Proposed changes to equal pay law will make it more difficult for women to
claim they are being paid less than a man doing the same job of the same worth,
the Equal Opportunities Commission (EOC) claims.
In its response to the Government’s consultation document, Equality and
Diversity: The Way Ahead, the EOC warns that the onus of proving a job’s worth
could lie with female employees.
Under the new proposal, if a job evaluation had already been carried out and
rated the jobs differently, it would be the responsibility of a woman who
claims she is being paid unfairly to prove that the job evaluation scheme was
Julie Mellor, chair of the EOC, said most people do not have the knowledge
needed to point out the shortcomings of a job evaluation scheme.
"This proposal would be big step backwards. Analysing a job evaluation
scheme is a very specialist task," she said.
"Individual women cannot be expected to carry out that analysis and
then persuade a tribunal that the scheme is flawed. In practice, this would be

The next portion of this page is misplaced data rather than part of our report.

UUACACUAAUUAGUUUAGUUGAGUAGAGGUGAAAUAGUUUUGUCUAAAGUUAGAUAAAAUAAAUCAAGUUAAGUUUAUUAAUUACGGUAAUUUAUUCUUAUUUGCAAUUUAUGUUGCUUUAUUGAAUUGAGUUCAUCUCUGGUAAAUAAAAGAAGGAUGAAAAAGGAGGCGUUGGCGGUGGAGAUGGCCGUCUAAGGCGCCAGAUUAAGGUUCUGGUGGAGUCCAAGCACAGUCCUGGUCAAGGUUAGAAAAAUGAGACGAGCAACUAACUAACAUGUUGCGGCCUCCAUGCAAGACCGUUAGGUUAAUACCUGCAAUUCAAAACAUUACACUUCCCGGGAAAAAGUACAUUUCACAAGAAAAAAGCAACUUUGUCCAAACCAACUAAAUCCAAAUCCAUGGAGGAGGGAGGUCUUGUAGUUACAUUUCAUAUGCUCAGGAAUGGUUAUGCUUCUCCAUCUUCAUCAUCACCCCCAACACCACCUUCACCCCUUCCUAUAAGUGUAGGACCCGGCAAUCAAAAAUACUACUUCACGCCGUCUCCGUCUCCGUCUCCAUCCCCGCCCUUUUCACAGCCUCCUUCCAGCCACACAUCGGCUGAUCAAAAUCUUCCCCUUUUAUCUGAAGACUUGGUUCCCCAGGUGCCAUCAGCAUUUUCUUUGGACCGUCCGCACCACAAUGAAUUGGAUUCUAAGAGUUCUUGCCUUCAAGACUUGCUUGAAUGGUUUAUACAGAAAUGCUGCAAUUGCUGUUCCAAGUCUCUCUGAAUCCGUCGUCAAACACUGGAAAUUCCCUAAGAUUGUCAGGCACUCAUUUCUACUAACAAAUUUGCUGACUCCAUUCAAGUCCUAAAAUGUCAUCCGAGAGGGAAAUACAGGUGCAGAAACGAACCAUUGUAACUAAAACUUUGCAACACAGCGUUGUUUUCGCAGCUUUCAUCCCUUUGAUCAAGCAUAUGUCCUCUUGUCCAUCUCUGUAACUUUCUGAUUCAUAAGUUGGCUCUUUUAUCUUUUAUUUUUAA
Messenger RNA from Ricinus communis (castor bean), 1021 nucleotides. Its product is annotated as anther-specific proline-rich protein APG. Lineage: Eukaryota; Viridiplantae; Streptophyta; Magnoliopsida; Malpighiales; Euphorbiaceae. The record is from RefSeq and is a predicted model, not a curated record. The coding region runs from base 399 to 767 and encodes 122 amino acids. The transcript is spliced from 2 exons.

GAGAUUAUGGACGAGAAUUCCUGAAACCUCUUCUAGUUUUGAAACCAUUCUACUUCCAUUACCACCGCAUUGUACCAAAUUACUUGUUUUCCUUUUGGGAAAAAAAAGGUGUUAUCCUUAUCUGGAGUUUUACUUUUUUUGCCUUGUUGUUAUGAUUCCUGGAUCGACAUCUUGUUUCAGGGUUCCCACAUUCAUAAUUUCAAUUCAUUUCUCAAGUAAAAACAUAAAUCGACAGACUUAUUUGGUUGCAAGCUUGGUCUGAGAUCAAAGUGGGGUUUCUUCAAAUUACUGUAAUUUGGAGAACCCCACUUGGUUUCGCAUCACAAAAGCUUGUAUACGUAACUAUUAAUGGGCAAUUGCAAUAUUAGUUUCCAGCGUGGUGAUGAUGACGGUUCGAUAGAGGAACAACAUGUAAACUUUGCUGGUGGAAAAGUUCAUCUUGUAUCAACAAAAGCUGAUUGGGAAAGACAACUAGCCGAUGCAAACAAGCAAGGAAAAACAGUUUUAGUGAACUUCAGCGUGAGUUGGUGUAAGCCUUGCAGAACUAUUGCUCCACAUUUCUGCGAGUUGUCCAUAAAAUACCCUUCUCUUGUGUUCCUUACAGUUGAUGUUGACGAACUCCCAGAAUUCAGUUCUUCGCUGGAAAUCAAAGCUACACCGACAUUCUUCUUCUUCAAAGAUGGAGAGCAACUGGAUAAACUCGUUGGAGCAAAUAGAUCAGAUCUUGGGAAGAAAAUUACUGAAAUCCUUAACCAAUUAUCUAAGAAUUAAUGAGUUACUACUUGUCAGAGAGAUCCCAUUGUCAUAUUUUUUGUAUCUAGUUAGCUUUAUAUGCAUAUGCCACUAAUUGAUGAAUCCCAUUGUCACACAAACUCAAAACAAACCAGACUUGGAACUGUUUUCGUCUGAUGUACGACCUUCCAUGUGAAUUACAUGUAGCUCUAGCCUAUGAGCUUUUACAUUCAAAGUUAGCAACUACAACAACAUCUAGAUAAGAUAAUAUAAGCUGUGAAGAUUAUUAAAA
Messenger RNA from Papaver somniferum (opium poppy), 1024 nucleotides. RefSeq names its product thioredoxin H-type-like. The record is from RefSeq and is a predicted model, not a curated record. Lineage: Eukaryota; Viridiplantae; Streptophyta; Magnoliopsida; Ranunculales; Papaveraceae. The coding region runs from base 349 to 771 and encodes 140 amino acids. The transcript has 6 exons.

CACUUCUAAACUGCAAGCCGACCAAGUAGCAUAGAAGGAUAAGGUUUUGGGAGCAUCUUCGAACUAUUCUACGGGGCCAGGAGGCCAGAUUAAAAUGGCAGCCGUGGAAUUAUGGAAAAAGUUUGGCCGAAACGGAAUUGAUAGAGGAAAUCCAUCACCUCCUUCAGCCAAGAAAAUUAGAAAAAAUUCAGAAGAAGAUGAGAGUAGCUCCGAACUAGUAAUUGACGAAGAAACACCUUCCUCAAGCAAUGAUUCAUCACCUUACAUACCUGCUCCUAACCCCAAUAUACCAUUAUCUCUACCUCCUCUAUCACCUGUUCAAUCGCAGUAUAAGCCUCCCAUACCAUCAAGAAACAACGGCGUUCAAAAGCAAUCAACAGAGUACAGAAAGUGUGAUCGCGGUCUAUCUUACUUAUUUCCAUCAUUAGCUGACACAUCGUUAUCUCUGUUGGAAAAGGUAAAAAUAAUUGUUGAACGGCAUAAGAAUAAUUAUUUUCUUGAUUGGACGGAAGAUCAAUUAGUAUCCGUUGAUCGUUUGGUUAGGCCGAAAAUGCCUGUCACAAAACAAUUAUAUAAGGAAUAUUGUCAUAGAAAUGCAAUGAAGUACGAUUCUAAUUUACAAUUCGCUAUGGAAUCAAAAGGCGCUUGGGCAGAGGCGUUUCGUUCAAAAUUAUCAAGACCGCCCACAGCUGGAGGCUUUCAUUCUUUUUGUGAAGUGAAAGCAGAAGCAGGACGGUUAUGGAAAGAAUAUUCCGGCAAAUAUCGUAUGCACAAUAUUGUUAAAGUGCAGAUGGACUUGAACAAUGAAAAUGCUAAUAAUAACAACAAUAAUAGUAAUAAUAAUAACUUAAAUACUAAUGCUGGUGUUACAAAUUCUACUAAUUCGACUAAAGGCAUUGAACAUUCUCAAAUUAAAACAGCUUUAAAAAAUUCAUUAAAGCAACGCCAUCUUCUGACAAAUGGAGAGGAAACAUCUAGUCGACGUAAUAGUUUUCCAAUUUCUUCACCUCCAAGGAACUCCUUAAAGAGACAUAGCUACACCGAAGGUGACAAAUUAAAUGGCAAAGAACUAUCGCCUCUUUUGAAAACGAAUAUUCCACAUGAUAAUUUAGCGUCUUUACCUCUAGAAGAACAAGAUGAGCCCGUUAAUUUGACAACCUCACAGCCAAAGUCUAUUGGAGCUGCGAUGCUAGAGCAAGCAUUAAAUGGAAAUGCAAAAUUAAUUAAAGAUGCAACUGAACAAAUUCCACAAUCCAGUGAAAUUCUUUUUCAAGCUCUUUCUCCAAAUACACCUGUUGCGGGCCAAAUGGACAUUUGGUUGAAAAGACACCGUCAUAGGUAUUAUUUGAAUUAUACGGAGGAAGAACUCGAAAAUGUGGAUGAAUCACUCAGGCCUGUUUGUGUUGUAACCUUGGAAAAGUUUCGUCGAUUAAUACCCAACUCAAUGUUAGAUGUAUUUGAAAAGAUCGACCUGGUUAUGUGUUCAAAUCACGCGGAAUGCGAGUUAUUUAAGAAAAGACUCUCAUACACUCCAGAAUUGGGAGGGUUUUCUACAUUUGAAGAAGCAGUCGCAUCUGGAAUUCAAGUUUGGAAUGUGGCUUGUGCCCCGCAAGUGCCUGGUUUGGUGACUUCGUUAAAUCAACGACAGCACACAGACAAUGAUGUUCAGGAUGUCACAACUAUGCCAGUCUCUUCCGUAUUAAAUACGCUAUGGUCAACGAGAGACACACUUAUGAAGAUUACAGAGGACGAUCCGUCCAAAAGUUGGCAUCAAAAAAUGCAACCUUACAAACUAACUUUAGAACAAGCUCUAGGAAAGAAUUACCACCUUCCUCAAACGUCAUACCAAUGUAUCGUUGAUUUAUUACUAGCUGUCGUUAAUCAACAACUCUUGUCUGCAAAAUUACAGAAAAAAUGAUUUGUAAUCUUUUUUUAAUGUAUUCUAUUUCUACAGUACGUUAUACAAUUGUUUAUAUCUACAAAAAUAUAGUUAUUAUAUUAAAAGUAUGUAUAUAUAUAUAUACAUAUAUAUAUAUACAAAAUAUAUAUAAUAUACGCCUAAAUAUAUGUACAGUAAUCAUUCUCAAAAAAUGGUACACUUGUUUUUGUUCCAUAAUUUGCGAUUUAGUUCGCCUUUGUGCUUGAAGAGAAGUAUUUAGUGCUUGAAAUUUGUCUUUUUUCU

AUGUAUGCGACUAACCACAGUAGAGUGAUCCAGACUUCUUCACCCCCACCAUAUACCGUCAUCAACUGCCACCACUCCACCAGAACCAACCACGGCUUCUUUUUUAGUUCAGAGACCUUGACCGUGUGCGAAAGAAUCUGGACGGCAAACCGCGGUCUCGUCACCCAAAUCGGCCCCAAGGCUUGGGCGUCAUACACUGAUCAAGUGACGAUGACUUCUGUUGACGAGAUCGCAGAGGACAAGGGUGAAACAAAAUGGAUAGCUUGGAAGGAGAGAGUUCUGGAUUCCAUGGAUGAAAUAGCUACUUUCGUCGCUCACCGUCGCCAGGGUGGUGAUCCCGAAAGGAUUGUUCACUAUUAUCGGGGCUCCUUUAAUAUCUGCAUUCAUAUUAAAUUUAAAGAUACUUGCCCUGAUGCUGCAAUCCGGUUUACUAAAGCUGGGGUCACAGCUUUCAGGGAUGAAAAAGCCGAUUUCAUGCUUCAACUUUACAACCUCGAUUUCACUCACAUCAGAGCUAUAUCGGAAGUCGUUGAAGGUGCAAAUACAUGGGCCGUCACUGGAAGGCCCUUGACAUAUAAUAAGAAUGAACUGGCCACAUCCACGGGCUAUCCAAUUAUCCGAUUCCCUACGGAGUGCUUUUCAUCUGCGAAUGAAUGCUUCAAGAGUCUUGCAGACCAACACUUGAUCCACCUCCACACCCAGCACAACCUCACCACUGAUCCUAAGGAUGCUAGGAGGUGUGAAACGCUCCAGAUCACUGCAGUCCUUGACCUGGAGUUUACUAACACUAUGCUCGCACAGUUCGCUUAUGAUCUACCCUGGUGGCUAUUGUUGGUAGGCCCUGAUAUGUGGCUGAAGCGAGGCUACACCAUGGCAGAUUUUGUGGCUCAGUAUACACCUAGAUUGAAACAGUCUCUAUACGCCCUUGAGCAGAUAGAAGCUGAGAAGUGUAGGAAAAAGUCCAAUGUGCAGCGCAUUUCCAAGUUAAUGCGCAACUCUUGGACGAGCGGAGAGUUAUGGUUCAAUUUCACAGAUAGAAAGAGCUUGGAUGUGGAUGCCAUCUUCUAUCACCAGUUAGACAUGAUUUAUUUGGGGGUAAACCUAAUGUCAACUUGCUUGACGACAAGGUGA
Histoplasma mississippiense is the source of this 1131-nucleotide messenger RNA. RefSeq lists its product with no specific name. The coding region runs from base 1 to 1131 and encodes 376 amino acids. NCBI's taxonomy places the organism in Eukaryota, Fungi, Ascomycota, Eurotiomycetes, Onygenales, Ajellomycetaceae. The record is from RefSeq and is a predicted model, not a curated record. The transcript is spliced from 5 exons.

a serious barrier to many women wanting to bring an equal pay claim.
"The question of the relative value of different jobs is a difficult
one," Mellor continued.
"However, because women and men are still concentrated in very
different kinds of work, it is often the only way the true value of the jobs
many women do can actually be assessed."
"The EOC urged the Government not to put new barriers in the way of
women who believe they are being paid unfairly. Otherwise, we will never close
the 19 per cent gap between women and men’s hourly pay," said Mellor.
Consultation on Equality and Diversity: The Way Ahead closed last Friday.
By Quentin Reade